Monday, December 31, 2007

Be Safe Tonight

With many people out celebrating the new year, please remember--- don't drink and drive. Besides the enormous penalty if you get caught, the chance you may injure someone in an accident is too great a risk to even consider getting behind the wheel after you've been drinking.


Sunday, December 30, 2007

Former Student Profile:Dan Wilguess

While shopping for groceries today, one of my former students, Dan Wilguess stopped me and said hello. Dan is a D.D.S and and is involved in family and restorative dentistry. He has a practice located at 233 E. 10th St. in Edmond.

I got to introduce Dan to my wife. Dan is also married to one of my former students, Shannon, and they have two children. Both Dan and Shannon were great kids and now great adults who decided to stay in Oklahoma.

Running into two former students over a couple of days is unusual, unless I'm in Stillwater. Meeting up with them has made for an even greater Christmas holiday.

Friday, December 28, 2007

Former Student Profile:Ryan Lenhart

While my wife and I were getting her Christmas present adjusted today, a new bike, we ran into a former Stillwater Junior High student, Ryan Lenhart.

Ryan is the General Manager of "Bicycle Alley" located in downtown OKC at 1015 N. Broadway Ave. When not helping customers and building bikes, Ryan is out racing as a Category 3 Roadracer, as a member of the OKC Velo Club. (

It was great catching up with Ryan and learning about how his family and friends were doing. As I've said before about my Stillwater students, Ryan is representative of a great group of kids I had the honor to teach.

Ryan and Terry Enos helped me get a bike for Katherine. The people at "Bicycle Alley" run a great business that is truly customer oriented. You can learn more about the store at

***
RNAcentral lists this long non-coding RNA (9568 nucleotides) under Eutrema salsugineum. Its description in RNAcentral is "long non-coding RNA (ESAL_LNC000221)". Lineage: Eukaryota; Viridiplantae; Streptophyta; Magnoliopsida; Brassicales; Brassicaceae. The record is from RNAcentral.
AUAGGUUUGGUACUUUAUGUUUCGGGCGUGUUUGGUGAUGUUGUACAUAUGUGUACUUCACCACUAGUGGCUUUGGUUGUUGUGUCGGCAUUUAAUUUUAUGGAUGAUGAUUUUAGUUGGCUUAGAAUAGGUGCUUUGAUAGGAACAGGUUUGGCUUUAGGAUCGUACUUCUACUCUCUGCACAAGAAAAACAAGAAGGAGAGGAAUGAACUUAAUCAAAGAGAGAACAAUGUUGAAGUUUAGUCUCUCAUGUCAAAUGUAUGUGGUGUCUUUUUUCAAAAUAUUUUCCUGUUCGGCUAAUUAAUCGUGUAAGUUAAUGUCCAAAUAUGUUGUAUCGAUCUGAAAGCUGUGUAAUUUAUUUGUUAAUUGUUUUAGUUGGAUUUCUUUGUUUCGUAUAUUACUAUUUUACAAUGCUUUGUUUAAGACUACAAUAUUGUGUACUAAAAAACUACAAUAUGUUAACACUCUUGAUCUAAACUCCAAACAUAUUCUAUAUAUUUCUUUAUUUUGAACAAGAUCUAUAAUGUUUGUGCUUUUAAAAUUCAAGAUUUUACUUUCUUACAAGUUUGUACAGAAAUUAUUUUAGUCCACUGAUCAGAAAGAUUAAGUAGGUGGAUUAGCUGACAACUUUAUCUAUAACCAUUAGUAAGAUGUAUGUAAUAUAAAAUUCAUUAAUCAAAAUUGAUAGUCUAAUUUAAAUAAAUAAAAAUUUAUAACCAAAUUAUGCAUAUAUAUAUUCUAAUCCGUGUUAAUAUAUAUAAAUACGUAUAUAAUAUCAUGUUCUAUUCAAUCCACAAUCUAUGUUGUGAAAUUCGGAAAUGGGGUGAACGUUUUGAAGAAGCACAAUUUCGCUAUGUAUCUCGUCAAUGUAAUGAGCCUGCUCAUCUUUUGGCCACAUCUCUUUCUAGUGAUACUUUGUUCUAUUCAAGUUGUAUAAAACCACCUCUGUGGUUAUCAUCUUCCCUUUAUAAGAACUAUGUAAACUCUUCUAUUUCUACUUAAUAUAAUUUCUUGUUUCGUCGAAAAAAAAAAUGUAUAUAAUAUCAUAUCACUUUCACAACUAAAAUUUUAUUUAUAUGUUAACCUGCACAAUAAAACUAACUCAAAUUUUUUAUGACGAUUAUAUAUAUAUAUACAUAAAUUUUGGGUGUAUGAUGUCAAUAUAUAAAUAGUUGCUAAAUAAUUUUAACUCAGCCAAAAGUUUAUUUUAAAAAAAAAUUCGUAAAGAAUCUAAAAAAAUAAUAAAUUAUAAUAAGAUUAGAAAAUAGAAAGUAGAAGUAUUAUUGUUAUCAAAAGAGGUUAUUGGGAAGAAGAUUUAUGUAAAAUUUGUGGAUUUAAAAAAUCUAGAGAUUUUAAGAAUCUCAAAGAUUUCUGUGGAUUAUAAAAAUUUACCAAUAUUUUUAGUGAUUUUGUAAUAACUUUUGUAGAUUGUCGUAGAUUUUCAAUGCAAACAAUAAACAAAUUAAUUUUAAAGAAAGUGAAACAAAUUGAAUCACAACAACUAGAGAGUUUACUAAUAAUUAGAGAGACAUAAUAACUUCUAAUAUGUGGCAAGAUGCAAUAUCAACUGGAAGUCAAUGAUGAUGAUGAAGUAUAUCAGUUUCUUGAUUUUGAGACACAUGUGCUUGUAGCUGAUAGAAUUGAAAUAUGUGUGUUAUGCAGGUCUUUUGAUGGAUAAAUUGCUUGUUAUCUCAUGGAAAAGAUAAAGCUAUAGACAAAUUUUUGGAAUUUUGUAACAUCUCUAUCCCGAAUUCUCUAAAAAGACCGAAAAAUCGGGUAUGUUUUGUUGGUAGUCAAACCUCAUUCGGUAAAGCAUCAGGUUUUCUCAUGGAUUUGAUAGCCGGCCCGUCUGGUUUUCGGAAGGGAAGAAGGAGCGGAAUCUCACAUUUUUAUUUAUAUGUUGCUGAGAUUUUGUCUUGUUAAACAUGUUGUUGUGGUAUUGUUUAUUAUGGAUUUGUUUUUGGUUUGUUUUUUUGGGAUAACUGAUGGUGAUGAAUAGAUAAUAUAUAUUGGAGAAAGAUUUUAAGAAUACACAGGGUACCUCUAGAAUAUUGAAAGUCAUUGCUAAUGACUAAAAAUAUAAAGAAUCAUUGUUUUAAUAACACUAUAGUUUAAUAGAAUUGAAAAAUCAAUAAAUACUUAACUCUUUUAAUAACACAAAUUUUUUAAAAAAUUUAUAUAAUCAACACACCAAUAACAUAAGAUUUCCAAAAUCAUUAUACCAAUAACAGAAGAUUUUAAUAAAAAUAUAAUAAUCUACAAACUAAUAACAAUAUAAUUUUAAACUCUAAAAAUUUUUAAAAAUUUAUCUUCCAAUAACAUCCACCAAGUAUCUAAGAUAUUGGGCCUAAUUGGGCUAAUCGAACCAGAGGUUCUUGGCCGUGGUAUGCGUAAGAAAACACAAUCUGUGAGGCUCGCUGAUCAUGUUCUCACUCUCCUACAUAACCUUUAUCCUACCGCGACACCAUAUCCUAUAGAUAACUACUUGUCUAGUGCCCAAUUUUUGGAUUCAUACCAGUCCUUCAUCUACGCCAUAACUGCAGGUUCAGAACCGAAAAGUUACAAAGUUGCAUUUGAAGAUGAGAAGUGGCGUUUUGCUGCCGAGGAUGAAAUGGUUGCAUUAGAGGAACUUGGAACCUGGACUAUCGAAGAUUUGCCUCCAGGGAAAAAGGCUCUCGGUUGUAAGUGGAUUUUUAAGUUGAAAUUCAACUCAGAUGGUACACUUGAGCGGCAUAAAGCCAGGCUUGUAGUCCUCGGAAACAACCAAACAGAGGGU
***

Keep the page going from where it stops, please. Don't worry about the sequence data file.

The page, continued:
Tuesday, December 25, 2007


C H R I S T M A S ! !

Monday, December 24, 2007

Holiday Traditions Quiz

Every family has their own holiday traditions. Some people travel to visit relatives. Some people celebrate Christmas by going to services on Christmas Eve. There are families who get together for an evening of food and fellowship.

While you think about your traditions, see if you can test your knowledge of the holiday by taking this quiz at

Sunday, December 16, 2007

Give the Gift of Reading

There are two perspectives here on the topic--my personal view I wrote for my December web message and author James Patterson's which appeared in today's "Parade Magazine."

Friday, December 14, 2007

Holiday Song Quiz

How well do you know the lyrics to these holiday songs?

Thursday, December 13, 2007

Flawed Research: Private vs. Public Schools

We have great public schools all across the country.


EAST LANSING, Mich.– Two new reports appear to come to different conclusions about whether private schools are better than public ones at educating students. But a new review of both reports finds little actual difference between their findings—and little difference between public and private schools.

One of the two reports reviewed was released by The Center on Education Policy (CEP) and is entitled, “Are Private High Schools Better Academically than Public High Schools?” The other was released by the Milton & Rose D. Friedman Foundation (Friedman) and is entitled, “Monopoly Versus Markets: The Empirical Evidence on Private Schools and School Choice.” The two reports are similar in that they each use an existing national database and compare public and private schools in terms of students’ learning outcomes as measured by standardized tests.
The two reports were reviewed for the Think Twice project by Jaekyung Lee, associate professor at the State University of New York at Buffalo.

Using the National Education Longitudinal Study (NELS) database, the CEP report found no advantage for either public or private schools. The study examined schools serving disadvantaged students in urban settings.

Using the Educational Longitudinal Study (ELS) database, the Friedman report presents evidence that private schooling produces a benefit that Lee describes as “very small in absolute terms and its practical significance is questionable.” The Friedman report presents its findings in a way that makes this benefit appear more significant by applying the same gains found in the last two years of high school to all 12 years of schooling. Lee points out that without additional research, “these assumptions cannot be reasonably made.”